Teenage drivers are eight times more likely to be involved in a collision or near miss during the first three months after getting a driver’s license, compared to the previous three months on a learner’s permit, suggests a study led by the National Institutes of Health. Teens are also four times more likely to engage in risky behaviors, such as rapid acceleration, sudden braking and hard turns, during this period. In contrast, teens on a learner’s permit drove more safely, with their crash/near crash and risky driving rates similar to those of adults. The study appears in the Journal of Adolescent Health.
“Given the abrupt increase in driving risks when teenagers start to drive independently, our findings suggest that they may benefit from a more gradual decrease in adult supervision during the first few months of driving alone,” said Bruce Simons-Morton, Ed.D., M.P.H., senior investigator at NIH’s Eunice Kennedy Shriver National Institute of Child Health and Human Development (NICHD) and one of the authors of the study.
The study is one of the first to follow the same individuals over time, from the beginning of the learner period through the first year of independent driving, while continuously collecting information using software and cameras installed in the participants’ vehicles.
The study also evaluated parents’ driving in the same vehicles, over the same time, on similar roads and under similar driving conditions as their children. Near-crash events were those requiring a last-moment maneuver to avoid a crash, while crashes were physical contact between the driver’s vehicle and another object.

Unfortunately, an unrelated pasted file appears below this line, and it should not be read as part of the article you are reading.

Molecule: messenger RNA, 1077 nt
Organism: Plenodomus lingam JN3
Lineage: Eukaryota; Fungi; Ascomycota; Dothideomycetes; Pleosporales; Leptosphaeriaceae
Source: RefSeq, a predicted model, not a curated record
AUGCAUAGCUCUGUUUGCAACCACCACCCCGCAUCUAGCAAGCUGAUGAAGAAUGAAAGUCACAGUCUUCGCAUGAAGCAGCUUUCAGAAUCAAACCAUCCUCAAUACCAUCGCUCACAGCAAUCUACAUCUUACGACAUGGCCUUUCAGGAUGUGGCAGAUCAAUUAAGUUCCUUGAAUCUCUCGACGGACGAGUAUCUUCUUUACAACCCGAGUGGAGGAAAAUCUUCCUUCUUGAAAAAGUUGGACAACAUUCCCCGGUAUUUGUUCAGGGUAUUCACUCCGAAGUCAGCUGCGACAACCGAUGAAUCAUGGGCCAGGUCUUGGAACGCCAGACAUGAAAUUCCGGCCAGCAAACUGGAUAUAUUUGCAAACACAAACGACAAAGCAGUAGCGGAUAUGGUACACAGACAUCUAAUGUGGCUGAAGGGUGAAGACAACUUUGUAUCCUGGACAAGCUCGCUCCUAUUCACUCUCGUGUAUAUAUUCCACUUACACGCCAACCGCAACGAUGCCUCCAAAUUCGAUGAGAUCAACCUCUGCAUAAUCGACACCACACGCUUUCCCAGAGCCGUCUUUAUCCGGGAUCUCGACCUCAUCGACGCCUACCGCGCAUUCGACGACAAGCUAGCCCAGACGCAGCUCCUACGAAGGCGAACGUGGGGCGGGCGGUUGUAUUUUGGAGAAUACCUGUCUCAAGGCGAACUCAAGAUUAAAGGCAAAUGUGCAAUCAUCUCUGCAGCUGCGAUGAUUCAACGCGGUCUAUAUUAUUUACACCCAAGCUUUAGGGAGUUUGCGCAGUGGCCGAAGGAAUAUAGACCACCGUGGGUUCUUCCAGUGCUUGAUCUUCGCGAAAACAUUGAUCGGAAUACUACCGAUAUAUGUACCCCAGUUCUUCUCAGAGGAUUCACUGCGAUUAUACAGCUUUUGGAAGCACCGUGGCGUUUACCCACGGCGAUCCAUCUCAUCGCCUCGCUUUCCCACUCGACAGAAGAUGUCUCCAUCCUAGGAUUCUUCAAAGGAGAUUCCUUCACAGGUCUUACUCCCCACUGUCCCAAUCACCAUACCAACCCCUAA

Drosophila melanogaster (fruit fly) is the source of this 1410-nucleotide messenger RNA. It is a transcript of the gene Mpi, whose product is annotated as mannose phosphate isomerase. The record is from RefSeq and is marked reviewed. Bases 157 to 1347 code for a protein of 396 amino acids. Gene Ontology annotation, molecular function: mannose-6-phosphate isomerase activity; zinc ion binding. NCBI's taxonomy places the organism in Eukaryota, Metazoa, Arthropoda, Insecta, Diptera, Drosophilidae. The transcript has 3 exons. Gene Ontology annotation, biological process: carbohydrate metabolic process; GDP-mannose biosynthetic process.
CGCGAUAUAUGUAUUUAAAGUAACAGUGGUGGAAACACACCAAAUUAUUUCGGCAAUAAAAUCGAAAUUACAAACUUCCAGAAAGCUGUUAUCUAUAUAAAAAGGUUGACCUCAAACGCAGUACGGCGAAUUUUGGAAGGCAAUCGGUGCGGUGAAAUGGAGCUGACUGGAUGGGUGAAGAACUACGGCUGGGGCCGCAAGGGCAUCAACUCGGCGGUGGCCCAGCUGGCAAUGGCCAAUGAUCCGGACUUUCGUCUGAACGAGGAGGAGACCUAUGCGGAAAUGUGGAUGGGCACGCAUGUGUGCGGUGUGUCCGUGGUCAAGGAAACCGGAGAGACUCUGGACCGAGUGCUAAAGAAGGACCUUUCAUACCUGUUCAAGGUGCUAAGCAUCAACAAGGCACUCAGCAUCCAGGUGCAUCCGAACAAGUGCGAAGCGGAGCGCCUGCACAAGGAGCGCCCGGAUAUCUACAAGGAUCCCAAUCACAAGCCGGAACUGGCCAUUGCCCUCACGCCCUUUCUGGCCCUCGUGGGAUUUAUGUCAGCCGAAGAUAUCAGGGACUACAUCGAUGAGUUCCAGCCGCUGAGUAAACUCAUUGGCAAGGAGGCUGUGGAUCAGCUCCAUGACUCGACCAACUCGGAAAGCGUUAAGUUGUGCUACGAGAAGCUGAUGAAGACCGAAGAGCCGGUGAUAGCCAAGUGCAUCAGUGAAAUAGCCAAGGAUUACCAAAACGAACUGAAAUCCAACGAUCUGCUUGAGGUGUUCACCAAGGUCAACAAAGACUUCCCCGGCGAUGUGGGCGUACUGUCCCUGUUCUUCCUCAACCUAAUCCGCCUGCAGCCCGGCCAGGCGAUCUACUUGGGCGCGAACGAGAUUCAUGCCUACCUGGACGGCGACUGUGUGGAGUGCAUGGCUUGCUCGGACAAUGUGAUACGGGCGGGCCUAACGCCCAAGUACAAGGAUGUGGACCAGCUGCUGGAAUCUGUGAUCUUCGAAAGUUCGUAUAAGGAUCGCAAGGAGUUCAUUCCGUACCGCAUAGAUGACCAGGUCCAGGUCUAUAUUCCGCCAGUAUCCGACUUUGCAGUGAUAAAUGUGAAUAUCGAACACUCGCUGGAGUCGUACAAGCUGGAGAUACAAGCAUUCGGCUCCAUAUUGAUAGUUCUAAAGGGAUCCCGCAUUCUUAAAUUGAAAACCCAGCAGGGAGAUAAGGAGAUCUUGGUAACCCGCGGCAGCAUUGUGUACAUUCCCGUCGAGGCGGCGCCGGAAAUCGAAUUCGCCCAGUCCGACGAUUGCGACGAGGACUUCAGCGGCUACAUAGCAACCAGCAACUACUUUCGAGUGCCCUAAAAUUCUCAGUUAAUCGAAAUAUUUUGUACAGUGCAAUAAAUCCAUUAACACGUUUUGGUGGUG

The study enrolled 90 teenagers and 131 parents in Virginia, and the data collection system was developed by the Virginia Tech Transportation Institute, Blacksburg.
Overall, the study found that the crash/near crash rate for teenagers did not decline over the first year of independent driving, while the rate of risky driving modestly declined. According to the researchers, if teenagers were learning from their experiences, one would expect that the driving risks would consistently decline over time.
Teenagers also had a higher risky driving rate under favorable conditions—daytime or dry roads—compared to less favorable conditions—nighttime or wet roads. This finding implies that teenagers may be more careful and less inclined to take risks during unfavorable driving conditions.
When comparing male and female teens, the study team found that the risky driving rate did not differ by gender during the learning period. However, when teenagers entered independent driving stages, males had a higher risky driving rate. This rate did not consistently decrease over time for males but did decrease for females. The crash/near crash rate was similar across genders and driving periods.
“During the learner’s permit period, parents are present, so there are some skills that teenagers cannot learn until they are on their own,” said Pnina Gershon, Ph.D., the study’s lead author. “We need a better understanding of how to help teenagers learn safe driving skills when parents or other adults are not present.”
The researchers aim to identify factors that may improve safety and reduce specific driving risks. They plan to address whether the duration and quality of practice driving can predict future outcomes in the independent driving period. They also will explore how passengers influence driving risk during learner and independent driving periods.
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